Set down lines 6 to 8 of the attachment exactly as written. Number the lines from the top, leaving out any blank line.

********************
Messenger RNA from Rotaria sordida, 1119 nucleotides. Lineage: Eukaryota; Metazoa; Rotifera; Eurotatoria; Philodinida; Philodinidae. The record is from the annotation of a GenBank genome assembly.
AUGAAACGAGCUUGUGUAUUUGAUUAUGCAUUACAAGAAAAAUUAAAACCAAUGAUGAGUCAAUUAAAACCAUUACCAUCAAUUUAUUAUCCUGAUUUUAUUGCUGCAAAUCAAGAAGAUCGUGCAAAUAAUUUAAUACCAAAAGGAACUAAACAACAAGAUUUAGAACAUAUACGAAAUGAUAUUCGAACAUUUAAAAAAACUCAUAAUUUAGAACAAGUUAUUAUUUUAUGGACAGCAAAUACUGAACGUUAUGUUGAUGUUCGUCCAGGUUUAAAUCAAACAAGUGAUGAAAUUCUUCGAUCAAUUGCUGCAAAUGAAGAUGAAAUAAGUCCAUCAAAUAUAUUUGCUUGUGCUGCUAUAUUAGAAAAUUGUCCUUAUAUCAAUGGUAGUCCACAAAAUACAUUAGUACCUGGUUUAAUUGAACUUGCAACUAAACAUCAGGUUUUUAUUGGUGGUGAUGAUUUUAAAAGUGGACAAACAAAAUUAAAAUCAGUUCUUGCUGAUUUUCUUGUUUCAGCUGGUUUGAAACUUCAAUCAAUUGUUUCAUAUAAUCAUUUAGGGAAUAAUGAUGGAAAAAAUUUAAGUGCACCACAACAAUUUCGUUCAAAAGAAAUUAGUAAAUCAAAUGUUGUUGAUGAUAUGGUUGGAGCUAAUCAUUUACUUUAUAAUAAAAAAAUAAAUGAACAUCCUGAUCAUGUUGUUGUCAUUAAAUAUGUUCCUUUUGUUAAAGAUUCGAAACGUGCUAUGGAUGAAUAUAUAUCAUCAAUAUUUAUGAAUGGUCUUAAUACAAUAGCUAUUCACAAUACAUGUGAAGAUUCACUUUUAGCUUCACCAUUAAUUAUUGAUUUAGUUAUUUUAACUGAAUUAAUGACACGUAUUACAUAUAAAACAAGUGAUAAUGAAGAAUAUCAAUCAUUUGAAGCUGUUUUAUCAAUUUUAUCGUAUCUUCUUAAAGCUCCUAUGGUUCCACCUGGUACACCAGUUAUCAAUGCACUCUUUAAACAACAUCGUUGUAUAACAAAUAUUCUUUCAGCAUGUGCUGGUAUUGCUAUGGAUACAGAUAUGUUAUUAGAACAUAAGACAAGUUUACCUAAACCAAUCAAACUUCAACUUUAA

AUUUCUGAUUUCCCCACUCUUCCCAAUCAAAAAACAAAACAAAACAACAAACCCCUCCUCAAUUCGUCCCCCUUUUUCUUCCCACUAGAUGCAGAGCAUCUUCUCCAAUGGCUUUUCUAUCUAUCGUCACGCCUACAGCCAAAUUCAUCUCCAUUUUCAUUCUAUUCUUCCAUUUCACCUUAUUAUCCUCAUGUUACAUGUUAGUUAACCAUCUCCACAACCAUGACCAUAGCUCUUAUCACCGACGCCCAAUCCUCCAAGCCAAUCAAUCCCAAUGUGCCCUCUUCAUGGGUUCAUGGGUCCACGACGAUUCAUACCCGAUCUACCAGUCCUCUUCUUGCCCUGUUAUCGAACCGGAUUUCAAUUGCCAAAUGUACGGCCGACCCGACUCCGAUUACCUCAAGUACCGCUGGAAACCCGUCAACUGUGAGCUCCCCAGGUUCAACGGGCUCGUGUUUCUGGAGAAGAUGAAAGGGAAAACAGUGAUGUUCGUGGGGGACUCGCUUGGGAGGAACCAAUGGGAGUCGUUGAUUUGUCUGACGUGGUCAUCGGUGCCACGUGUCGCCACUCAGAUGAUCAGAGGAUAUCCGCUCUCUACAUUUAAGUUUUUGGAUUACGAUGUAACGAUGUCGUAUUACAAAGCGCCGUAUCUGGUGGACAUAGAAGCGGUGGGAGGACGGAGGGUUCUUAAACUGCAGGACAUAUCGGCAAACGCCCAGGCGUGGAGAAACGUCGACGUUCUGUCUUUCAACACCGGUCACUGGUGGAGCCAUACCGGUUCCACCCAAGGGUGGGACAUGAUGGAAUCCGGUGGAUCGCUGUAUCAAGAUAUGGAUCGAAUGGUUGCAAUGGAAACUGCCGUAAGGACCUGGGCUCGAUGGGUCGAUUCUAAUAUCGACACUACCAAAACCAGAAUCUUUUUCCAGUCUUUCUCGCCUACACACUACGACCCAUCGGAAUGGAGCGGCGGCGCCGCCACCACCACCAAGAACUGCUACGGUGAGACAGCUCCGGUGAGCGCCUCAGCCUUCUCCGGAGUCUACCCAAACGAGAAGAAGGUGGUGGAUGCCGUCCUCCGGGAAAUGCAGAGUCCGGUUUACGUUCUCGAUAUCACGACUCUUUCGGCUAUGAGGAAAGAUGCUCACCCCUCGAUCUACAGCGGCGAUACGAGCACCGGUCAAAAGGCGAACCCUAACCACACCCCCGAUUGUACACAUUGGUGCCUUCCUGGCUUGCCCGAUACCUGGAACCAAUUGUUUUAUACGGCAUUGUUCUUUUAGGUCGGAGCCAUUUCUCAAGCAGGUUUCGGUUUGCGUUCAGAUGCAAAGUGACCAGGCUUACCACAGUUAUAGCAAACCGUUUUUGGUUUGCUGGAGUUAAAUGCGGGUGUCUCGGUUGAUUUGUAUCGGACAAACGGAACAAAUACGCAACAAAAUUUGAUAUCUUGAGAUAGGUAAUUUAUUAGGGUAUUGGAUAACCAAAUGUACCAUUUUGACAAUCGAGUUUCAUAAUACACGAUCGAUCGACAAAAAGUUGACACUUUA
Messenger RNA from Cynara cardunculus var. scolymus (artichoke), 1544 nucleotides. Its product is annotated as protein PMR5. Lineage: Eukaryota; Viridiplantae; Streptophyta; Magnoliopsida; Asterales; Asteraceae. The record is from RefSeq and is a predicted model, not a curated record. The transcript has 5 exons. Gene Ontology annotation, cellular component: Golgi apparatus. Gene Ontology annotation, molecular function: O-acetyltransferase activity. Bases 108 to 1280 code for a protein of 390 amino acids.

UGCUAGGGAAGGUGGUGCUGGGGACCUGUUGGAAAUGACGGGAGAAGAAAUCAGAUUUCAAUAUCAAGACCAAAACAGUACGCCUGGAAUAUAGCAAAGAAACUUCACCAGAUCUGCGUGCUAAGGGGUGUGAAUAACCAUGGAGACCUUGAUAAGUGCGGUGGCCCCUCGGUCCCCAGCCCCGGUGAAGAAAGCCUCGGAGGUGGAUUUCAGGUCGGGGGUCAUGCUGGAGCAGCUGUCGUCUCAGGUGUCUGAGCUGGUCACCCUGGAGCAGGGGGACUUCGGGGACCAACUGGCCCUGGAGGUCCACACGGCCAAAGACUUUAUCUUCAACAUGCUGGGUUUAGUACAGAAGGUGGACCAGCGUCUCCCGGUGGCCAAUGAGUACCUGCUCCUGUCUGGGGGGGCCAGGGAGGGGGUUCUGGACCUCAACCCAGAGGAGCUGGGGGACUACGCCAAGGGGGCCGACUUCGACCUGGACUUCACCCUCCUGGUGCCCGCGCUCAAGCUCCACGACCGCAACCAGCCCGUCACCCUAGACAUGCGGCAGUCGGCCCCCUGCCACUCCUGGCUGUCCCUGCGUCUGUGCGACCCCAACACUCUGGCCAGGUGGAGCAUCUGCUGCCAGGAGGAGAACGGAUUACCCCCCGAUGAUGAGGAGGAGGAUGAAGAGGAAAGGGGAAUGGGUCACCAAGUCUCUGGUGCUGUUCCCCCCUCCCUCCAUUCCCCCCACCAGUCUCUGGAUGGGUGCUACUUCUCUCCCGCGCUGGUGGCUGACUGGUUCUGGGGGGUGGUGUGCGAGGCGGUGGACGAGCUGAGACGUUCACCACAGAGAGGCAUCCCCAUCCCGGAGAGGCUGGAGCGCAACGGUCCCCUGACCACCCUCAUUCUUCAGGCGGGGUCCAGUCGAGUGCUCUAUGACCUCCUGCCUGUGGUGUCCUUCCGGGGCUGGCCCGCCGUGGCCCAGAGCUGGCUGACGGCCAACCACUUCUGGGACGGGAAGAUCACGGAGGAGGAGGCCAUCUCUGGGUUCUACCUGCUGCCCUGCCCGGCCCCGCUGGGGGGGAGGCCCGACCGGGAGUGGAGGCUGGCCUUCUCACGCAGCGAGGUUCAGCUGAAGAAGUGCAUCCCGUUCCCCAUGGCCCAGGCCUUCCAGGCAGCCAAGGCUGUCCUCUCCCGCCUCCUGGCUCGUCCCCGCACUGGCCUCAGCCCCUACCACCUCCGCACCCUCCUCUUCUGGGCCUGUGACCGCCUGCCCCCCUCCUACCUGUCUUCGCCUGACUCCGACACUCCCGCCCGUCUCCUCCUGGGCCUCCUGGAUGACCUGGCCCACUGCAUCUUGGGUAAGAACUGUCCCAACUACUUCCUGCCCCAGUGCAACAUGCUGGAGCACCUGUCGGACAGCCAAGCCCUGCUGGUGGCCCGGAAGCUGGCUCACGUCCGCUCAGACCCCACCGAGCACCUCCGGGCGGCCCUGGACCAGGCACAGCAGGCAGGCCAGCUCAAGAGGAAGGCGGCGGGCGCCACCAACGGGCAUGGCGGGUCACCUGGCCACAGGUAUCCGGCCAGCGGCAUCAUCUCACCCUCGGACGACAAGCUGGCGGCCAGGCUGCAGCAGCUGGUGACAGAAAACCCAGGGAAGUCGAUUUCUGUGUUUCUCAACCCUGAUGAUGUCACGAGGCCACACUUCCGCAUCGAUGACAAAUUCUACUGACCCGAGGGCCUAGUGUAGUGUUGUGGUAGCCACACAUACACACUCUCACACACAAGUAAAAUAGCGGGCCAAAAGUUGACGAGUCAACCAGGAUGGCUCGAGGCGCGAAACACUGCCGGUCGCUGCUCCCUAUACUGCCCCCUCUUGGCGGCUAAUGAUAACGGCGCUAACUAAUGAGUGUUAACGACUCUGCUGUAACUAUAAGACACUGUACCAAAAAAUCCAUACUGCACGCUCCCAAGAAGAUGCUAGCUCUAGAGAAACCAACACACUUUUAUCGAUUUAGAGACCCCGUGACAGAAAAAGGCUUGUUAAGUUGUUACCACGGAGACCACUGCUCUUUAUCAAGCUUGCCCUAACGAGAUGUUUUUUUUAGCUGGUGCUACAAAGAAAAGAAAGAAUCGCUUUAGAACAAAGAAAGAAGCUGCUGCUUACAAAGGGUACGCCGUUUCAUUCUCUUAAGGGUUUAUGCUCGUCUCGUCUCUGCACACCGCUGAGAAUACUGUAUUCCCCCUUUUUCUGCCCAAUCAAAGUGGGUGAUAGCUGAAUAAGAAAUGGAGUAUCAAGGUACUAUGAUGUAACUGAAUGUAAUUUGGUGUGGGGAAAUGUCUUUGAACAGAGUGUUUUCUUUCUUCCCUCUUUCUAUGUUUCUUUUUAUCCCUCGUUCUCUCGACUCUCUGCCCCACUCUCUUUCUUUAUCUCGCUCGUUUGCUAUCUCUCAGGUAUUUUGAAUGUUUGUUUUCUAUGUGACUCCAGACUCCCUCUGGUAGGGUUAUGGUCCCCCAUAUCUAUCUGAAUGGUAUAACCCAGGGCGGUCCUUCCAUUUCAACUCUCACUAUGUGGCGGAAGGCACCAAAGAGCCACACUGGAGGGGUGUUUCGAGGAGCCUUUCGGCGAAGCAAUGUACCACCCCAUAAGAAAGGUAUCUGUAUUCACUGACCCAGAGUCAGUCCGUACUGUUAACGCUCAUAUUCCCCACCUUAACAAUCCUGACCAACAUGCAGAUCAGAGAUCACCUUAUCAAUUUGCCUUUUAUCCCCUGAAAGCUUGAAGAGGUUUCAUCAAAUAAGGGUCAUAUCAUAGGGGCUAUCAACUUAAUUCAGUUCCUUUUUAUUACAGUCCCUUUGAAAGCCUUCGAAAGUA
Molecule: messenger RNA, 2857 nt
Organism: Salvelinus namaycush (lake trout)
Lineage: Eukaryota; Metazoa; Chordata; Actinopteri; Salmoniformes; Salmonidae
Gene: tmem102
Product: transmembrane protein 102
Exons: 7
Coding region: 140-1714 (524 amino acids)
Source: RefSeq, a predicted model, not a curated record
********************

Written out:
Molecule: messenger RNA, 2857 nt
Organism: Salvelinus namaycush (lake trout)
Lineage: Eukaryota; Metazoa; Chordata; Actinopteri; Salmoniformes; Salmonidae